Health was another important motivation, cited by nearly a quarter of respondents. Here, there was a gender divide – 27% of women said it was important compared to 17% of men.
8. Fibre is more important to older consumers
Could fibre be the new protein? Dieticians believe so. Especially as the average Brit consumes just 18g of fibre a day – half the recommended intake of 30g.
But when it comes to breakfast, younger consumers simply aren’t buying the fibre message. Only 31% of the youngest age group said fibre was important to them in a breakfast option, compared to 56% of over-65s.
By contrast, older generations seemed less fussed about protein, which was a primary concern among 25 to 34-year-olds.
There are some interesting demographic differences outside of age, too. Londoners seemed hotter on nutritional content as a whole.
Fibre and protein were both important to nearly half of respondents in the capital. Yet up in Scotland, only 34% wanted fibre and 26% thought protein was important.
Overall, fibre and protein were the main considerations when it came to nutritional content. But there were other factors at play. More than a quarter of respondents cited calorie content as important and 23% said the same for vitamin content. Plus, a fifth were concerned with the amount of sugar in their breakfast.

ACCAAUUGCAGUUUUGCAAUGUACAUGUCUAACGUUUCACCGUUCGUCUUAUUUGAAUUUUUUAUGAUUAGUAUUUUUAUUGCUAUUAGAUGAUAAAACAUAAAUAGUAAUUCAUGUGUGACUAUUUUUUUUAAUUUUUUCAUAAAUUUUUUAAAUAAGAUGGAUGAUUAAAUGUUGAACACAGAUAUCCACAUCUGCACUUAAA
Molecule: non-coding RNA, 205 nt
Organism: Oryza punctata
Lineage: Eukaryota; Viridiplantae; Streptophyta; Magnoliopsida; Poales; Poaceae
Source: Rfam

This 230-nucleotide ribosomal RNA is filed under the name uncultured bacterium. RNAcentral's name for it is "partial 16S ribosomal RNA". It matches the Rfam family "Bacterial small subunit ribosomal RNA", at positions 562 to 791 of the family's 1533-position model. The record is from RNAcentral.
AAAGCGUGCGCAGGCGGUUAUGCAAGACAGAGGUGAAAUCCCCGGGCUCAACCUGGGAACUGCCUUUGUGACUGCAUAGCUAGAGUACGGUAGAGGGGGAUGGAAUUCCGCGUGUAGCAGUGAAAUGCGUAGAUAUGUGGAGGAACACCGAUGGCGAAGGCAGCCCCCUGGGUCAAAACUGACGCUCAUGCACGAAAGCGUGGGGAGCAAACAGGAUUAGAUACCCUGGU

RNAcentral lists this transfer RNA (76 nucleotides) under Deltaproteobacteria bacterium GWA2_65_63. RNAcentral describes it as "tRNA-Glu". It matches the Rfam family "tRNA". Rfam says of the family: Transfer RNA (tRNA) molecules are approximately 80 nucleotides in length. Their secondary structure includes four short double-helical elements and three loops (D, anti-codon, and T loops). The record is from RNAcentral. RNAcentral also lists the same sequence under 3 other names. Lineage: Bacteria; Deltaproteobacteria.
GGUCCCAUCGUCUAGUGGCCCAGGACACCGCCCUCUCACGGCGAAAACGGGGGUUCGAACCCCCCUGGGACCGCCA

Again, all of these elements were particularly important to respondents living in London.
9. Parents are particularly concerned about a healthy breakfast
Parents are typically a time-pressed bunch. So much so that they are more likely to skip breakfast altogether than those without children.
But when they do make an effort, they are generally concerned over what they are putting into their bodies. Nearly half of parents deemed it very important for their breakfast to be healthy, while just over a quarter of child-free respondents said the same.
It comes as no surprise to Mondelez. “Consumers want to start their day with a breakfast option that is nutritious and gives them sustenance,” says Nash. “This especially applies to parents who want healthier options for the whole family.”
Parents aren’t the only ones who are overly concerned with health. Nutrition-conscious Londoners are also more likely to want a virtuous breakfast. A whopping 58% said a healthy breakfast was very important to them.
Younger consumers are also more likely to value a healthy breakfast. It was very important to 44% of 25 to 34-year-olds, compared to 25% of those aged 55 to 64.
10. Thirty and forty-somethings are more likely to make breakfast their healthiest meal
Overall, just 19% of consumers say breakfast is their healthiest meal of the day. Four in 10 say there is no difference between meal times, while 21% are healthiest at lunch and 20% make their biggest effort at dinner.
But there is one demographic that leans heavily towards breakfast: 35 to 44-year-olds. Three in 10 of them make their first meal of the day the healthiest of all.
Consumers who work are also more likely to start off the day in a virtuous way. Nearly a quarter of consumers who work make breakfast their healthiest meal, compared to 14% of consumers who don’t work.
Considering working consumers are also far more likely to eat breakfast options on the go, it shows just how much potential there is for healthy, convenient options